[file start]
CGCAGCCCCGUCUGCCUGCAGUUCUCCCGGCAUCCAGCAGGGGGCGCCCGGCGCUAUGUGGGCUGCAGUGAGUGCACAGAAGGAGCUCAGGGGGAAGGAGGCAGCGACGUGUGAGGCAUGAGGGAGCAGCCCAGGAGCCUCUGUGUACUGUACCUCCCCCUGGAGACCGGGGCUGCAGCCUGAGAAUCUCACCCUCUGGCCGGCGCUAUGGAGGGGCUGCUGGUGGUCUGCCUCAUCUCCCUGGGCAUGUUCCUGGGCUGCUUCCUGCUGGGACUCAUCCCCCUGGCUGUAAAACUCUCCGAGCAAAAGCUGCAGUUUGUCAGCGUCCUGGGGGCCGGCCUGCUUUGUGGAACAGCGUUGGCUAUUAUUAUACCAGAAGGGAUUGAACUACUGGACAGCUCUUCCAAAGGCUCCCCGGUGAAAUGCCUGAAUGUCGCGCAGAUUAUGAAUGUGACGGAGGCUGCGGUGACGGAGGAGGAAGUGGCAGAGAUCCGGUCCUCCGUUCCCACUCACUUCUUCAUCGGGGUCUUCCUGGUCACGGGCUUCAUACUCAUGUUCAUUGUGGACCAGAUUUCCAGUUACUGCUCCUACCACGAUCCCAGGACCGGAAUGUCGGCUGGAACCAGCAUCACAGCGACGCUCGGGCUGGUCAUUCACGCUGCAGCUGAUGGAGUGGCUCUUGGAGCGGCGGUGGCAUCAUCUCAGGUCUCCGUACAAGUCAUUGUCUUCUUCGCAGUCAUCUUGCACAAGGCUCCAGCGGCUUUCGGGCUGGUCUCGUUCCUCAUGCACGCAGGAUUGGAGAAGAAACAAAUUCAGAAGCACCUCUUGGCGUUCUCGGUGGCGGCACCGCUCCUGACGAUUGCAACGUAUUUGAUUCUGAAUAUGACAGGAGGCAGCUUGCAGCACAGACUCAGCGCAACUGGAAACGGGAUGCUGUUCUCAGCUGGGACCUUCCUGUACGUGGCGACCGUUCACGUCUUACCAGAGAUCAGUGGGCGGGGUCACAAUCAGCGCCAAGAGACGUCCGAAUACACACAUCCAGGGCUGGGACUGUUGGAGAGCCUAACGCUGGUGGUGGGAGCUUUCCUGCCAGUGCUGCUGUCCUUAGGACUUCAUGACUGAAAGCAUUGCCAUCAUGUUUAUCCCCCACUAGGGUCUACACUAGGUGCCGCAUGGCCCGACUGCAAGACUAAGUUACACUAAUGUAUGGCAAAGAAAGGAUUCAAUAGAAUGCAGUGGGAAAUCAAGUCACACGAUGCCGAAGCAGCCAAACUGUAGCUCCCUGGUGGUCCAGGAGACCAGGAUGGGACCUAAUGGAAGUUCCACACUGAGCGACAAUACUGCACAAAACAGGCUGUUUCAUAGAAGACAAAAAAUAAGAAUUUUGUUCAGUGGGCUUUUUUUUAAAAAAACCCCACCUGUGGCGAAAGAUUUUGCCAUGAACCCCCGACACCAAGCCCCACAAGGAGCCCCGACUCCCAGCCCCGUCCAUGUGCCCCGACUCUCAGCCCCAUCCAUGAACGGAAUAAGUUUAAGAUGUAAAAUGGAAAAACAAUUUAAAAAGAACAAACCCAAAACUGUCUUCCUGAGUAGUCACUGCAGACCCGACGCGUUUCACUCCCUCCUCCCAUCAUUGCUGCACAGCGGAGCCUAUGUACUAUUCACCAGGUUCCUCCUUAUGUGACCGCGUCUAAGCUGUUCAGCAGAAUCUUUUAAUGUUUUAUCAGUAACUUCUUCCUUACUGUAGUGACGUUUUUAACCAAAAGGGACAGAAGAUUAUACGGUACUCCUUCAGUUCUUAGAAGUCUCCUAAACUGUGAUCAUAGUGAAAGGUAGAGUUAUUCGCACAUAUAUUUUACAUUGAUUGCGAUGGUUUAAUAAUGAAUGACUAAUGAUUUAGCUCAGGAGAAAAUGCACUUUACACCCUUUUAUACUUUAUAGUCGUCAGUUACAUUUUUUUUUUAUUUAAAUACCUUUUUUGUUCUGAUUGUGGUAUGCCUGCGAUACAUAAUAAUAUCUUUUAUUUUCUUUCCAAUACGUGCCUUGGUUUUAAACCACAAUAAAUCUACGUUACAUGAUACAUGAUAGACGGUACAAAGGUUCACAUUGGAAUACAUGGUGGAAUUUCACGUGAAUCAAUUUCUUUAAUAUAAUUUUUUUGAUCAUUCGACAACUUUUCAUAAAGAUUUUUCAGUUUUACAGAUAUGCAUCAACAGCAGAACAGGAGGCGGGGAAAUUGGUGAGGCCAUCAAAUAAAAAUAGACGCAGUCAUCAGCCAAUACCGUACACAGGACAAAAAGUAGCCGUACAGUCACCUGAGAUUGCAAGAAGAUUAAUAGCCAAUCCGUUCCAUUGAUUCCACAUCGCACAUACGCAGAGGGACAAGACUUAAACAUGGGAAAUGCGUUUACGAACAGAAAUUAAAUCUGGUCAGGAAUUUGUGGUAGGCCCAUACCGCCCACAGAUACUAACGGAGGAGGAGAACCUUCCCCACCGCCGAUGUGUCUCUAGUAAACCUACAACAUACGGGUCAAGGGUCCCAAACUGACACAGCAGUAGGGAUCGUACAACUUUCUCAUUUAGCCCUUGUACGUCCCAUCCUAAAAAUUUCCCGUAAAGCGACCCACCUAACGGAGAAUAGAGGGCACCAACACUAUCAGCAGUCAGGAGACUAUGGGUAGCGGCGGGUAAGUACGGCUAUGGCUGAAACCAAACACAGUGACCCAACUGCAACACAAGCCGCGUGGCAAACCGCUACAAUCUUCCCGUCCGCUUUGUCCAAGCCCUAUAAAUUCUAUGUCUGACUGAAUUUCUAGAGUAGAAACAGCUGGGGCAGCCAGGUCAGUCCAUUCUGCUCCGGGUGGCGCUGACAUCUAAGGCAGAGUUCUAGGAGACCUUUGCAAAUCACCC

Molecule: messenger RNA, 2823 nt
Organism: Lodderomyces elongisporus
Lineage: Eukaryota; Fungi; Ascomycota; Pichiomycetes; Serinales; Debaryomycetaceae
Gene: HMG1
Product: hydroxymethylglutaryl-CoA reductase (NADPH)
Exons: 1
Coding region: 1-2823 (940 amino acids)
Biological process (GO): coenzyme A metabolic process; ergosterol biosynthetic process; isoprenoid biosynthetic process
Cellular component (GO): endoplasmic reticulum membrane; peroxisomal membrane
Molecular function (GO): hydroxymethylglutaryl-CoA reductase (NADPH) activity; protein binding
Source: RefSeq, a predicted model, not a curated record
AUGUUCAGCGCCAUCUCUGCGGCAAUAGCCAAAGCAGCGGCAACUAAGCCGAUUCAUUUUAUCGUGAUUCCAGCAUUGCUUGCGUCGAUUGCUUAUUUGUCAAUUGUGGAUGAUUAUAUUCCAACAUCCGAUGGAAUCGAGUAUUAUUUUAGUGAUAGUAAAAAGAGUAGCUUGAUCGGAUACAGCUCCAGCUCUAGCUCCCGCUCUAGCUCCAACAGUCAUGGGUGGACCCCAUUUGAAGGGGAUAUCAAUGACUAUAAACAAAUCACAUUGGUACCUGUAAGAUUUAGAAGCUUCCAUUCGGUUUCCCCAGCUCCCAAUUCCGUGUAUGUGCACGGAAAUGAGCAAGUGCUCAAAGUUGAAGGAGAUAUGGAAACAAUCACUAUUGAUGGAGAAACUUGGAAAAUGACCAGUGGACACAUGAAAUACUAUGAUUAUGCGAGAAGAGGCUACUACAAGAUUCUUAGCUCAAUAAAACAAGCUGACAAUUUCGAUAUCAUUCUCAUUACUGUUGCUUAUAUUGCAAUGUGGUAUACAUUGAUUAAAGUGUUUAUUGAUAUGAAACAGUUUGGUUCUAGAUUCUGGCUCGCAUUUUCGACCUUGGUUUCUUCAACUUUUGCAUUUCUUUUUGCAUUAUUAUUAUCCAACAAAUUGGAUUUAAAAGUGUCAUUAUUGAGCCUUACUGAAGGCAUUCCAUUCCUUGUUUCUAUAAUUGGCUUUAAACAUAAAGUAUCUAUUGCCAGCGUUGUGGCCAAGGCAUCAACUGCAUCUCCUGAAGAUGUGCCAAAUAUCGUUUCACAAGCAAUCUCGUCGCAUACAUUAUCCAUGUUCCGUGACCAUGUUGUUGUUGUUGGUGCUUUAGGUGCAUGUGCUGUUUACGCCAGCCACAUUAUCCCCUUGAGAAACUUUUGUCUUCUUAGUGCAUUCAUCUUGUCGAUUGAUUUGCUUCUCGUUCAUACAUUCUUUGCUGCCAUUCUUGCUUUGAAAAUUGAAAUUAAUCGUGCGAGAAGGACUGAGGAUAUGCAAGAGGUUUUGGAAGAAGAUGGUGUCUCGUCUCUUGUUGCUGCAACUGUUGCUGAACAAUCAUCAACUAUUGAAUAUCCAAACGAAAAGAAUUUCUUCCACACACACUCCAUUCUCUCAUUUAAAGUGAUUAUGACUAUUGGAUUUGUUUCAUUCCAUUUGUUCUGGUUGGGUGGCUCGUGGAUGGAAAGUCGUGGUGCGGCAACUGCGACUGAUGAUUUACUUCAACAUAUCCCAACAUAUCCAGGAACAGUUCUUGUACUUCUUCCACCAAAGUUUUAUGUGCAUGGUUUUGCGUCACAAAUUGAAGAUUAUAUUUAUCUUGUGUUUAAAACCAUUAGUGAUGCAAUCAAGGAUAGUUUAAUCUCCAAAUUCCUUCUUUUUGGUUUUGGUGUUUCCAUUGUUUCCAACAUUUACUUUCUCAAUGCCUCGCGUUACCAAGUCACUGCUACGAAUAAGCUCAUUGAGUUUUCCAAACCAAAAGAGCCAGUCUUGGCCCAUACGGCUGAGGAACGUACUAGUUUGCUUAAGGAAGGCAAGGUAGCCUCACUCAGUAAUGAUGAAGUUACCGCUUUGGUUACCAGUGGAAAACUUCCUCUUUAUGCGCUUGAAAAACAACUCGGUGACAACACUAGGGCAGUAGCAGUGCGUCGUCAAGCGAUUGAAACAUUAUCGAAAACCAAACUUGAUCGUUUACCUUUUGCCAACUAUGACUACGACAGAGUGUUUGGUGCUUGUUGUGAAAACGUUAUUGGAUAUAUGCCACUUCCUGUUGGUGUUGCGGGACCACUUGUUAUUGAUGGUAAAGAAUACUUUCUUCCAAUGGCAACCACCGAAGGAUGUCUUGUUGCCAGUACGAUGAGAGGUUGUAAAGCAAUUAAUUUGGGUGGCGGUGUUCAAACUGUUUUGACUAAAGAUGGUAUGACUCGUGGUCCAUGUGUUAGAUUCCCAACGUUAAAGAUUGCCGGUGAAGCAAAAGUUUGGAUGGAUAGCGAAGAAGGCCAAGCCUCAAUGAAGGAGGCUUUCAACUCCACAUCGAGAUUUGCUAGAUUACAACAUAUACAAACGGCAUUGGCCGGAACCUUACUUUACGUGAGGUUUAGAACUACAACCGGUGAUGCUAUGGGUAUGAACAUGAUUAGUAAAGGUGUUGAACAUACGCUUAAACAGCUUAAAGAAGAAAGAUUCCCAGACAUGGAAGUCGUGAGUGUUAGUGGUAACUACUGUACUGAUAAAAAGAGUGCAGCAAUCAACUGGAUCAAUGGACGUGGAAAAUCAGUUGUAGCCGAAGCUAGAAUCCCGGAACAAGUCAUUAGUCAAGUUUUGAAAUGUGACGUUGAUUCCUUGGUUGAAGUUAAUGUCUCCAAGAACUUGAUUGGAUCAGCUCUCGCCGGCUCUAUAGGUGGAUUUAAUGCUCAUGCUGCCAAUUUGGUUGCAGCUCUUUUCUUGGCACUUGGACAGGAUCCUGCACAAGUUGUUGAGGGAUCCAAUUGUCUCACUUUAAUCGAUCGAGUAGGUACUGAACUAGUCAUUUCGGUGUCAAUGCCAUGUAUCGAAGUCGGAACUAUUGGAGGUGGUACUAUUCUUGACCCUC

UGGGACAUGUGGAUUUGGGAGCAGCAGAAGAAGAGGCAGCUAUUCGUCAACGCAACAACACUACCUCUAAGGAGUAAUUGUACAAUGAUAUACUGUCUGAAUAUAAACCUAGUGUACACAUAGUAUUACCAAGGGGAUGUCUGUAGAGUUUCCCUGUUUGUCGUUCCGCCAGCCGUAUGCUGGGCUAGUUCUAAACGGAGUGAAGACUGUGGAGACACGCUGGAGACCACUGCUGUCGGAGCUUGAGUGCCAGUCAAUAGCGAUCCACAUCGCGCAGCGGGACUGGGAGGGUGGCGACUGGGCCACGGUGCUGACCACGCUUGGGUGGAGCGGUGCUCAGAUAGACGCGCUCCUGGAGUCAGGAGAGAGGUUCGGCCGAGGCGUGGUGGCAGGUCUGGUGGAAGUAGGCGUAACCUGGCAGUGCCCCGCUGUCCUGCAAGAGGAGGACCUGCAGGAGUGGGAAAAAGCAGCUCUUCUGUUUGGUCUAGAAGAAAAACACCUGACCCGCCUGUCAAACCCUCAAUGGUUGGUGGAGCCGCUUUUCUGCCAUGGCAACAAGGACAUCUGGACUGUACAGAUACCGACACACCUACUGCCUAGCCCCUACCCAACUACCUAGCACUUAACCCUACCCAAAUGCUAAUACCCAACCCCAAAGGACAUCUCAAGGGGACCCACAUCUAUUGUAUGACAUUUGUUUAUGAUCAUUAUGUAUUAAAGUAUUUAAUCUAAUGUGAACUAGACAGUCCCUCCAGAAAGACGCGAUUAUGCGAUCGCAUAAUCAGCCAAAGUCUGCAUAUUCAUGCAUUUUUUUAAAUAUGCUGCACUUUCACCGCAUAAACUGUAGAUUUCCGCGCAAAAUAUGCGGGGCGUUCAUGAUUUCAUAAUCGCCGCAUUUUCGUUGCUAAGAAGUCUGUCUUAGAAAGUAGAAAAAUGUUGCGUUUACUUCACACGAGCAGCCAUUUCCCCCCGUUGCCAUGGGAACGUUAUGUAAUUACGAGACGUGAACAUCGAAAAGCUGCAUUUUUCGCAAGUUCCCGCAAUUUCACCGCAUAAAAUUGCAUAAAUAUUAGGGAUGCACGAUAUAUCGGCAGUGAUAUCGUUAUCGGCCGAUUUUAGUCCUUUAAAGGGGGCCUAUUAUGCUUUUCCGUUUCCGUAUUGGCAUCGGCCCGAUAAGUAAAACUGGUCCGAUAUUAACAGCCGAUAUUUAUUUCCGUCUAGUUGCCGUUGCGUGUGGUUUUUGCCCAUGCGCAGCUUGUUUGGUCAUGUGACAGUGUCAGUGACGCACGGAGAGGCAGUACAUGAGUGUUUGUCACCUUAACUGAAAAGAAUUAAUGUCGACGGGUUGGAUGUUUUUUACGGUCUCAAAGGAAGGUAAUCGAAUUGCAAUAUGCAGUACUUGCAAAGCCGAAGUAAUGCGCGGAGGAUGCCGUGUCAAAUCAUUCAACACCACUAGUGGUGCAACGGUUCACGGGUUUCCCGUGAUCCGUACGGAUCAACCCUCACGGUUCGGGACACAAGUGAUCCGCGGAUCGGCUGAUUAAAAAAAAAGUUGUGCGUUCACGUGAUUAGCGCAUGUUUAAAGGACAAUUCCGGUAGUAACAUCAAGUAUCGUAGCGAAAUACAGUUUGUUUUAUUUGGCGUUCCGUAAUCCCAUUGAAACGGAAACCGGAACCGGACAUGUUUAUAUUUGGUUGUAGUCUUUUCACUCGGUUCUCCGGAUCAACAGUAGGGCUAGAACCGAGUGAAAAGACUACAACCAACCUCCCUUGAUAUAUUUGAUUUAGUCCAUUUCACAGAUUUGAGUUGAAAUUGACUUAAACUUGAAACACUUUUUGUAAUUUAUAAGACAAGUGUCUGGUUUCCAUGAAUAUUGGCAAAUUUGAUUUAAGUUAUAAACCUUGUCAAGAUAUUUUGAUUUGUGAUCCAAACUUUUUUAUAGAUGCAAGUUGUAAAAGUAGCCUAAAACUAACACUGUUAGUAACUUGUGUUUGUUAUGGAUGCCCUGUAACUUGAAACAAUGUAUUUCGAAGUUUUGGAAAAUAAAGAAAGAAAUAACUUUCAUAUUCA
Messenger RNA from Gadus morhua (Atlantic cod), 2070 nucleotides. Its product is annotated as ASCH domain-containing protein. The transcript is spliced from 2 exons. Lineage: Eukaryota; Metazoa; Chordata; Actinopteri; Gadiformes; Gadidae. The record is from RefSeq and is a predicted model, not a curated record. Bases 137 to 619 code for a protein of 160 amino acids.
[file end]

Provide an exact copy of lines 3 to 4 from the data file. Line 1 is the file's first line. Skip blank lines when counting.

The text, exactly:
Organism: Lodderomyces elongisporus
Lineage: Eukaryota; Fungi; Ascomycota; Pichiomycetes; Serinales; Debaryomycetaceae